Weekly Shtuff 1-10-2014

Ok, we’re back. And this next week, the first of a four part blog about Spring Heeled Jack in the dime novels. It’s amazing how much confusion there is out there on the web about SHJ’s dime novel advetnures that I’ve decided to settle it once and for all by actually READING the stories, or as many as I was able to get ahold of. If you Google his name, you’ll mainly get sites dealing with the urban legend, most of which are just cut and paste jobs with a few new speculations tossed in. I personally don’t care if he was an alien or a demon or a nutball Royal. But there’s nothing worse than reading cut-and-paste info that is WRONG, and particularly about something I’m interested in. I’ll beat that drum more next week.

Below are two covers from a bizarre Spanish serial novel from the early 1910s called El Hijo del Contrabandista o el Abismo de Dos Razas. It doesn’t translate well, but comes out to something like The Smugglers Son, or the Abyss of (between?) Two Races. There are reportedly some fantasy elements in the series. I hope to do some posts this year on all the really cool fantasy/horror/weird stuff that was appearing in Europe during Lovecraft’s day. I can’t help but think he would like these covers.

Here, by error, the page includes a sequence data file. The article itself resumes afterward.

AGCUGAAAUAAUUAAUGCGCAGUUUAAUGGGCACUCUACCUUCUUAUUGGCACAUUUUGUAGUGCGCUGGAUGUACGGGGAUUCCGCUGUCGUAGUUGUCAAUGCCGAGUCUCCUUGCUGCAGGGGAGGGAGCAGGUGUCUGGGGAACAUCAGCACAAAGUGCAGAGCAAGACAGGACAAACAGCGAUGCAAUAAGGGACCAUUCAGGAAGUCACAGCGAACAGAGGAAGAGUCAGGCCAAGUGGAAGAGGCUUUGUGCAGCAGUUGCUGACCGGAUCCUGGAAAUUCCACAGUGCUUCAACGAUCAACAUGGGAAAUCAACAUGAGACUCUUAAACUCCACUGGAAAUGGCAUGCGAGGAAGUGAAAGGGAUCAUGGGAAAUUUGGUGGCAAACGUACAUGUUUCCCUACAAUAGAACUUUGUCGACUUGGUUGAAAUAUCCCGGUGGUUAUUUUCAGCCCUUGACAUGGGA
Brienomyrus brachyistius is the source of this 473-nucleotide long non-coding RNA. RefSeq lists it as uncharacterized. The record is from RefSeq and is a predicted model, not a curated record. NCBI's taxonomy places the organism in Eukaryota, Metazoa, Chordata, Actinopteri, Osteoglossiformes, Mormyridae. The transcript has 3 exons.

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^ 4 Comments...

  1. captkiddeo

    Yay, Spring-heeled Jack! I read a fairly recent reimagining of the character in semi graphic novel format by Philip Pullman and David Mostyn. Jack was basically a Batman type hero, which didn’t fit with what I had read about the character (probably in those cut-and-paste articles) so I downloaded a much earlier version to my e reader. Still struggling to get into that. Anyway, please keep posting these blog entries on the weird and wonderful fiction and film of the past. I don’t always comment, but I always enjoy them.

  2. JustJohn67

    An ambitious and interesting quest; I’m looking forward to your conclusions. Also, awesome book covers!

  3. lovecraf

    This next series of blogs should answer some of your questions. And there’s no doubt that getting through any ONE of the Spring Heeled Jack stories requires major effort. And you are exactly right about those articles. I always thought of Jack as a villain, but he’s not, and the comparison to Batman is apt.

  4. Lee

    Good looking covers – I’d think their style looks as if they foreshadowed the Surrealists? First one is kinda Daliesque…